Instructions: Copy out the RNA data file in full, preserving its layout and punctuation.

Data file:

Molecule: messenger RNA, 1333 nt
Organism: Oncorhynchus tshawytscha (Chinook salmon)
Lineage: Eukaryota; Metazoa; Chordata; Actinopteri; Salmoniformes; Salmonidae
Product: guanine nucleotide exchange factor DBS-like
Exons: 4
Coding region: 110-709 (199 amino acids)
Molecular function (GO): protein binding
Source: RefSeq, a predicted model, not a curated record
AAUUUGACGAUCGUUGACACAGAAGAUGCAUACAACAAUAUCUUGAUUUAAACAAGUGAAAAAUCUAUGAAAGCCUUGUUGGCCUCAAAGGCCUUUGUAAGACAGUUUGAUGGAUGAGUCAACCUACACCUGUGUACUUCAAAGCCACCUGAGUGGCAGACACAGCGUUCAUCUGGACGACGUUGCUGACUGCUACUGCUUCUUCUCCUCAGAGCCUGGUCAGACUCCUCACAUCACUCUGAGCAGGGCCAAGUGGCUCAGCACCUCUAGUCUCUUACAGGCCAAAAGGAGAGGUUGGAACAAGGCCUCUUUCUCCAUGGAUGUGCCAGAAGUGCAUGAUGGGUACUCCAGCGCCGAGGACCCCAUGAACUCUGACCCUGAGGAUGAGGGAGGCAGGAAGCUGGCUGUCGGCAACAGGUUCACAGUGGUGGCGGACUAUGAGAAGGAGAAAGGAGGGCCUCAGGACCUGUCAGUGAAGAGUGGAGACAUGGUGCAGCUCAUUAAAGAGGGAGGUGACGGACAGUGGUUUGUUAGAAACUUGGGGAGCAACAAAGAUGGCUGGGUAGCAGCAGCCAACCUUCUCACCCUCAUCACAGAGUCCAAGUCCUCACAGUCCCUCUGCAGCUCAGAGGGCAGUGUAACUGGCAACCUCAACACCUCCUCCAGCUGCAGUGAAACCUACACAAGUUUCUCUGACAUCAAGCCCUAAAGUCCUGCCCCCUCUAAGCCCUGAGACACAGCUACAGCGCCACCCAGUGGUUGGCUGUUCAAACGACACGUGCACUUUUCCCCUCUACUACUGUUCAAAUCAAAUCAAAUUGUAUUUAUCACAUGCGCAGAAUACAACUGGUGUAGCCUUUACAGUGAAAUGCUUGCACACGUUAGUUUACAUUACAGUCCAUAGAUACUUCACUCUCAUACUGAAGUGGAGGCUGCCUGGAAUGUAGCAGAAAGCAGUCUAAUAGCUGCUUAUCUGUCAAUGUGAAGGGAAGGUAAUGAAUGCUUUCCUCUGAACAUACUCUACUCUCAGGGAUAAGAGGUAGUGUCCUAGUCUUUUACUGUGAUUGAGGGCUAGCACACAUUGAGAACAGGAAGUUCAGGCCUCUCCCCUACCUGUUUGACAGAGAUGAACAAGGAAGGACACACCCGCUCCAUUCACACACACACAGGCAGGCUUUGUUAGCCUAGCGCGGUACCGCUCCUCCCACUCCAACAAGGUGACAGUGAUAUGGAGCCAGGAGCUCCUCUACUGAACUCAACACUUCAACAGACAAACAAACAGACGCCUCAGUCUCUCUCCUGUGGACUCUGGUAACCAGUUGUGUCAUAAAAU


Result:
Molecule: messenger RNA, 1333 nt
Organism: Oncorhynchus tshawytscha (Chinook salmon)
Lineage: Eukaryota; Metazoa; Chordata; Actinopteri; Salmoniformes; Salmonidae
Product: guanine nucleotide exchange factor DBS-like
Exons: 4
Coding region: 110-709 (199 amino acids)
Molecular function (GO): protein binding
Source: RefSeq, a predicted model, not a curated record
AAUUUGACGAUCGUUGACACAGAAGAUGCAUACAACAAUAUCUUGAUUUAAACAAGUGAAAAAUCUAUGAAAGCCUUGUUGGCCUCAAAGGCCUUUGUAAGACAGUUUGAUGGAUGAGUCAACCUACACCUGUGUACUUCAAAGCCACCUGAGUGGCAGACACAGCGUUCAUCUGGACGACGUUGCUGACUGCUACUGCUUCUUCUCCUCAGAGCCUGGUCAGACUCCUCACAUCACUCUGAGCAGGGCCAAGUGGCUCAGCACCUCUAGUCUCUUACAGGCCAAAAGGAGAGGUUGGAACAAGGCCUCUUUCUCCAUGGAUGUGCCAGAAGUGCAUGAUGGGUACUCCAGCGCCGAGGACCCCAUGAACUCUGACCCUGAGGAUGAGGGAGGCAGGAAGCUGGCUGUCGGCAACAGGUUCACAGUGGUGGCGGACUAUGAGAAGGAGAAAGGAGGGCCUCAGGACCUGUCAGUGAAGAGUGGAGACAUGGUGCAGCUCAUUAAAGAGGGAGGUGACGGACAGUGGUUUGUUAGAAACUUGGGGAGCAACAAAGAUGGCUGGGUAGCAGCAGCCAACCUUCUCACCCUCAUCACAGAGUCCAAGUCCUCACAGUCCCUCUGCAGCUCAGAGGGCAGUGUAACUGGCAACCUCAACACCUCCUCCAGCUGCAGUGAAACCUACACAAGUUUCUCUGACAUCAAGCCCUAAAGUCCUGCCCCCUCUAAGCCCUGAGACACAGCUACAGCGCCACCCAGUGGUUGGCUGUUCAAACGACACGUGCACUUUUCCCCUCUACUACUGUUCAAAUCAAAUCAAAUUGUAUUUAUCACAUGCGCAGAAUACAACUGGUGUAGCCUUUACAGUGAAAUGCUUGCACACGUUAGUUUACAUUACAGUCCAUAGAUACUUCACUCUCAUACUGAAGUGGAGGCUGCCUGGAAUGUAGCAGAAAGCAGUCUAAUAGCUGCUUAUCUGUCAAUGUGAAGGGAAGGUAAUGAAUGCUUUCCUCUGAACAUACUCUACUCUCAGGGAUAAGAGGUAGUGUCCUAGUCUUUUACUGUGAUUGAGGGCUAGCACACAUUGAGAACAGGAAGUUCAGGCCUCUCCCCUACCUGUUUGACAGAGAUGAACAAGGAAGGACACACCCGCUCCAUUCACACACACACAGGCAGGCUUUGUUAGCCUAGCGCGGUACCGCUCCUCCCACUCCAACAAGGUGACAGUGAUAUGGAGCCAGGAGCUCCUCUACUGAACUCAACACUUCAACAGACAAACAAACAGACGCCUCAGUCUCUCUCCUGUGGACUCUGGUAACCAGUUGUGUCAUAAAAU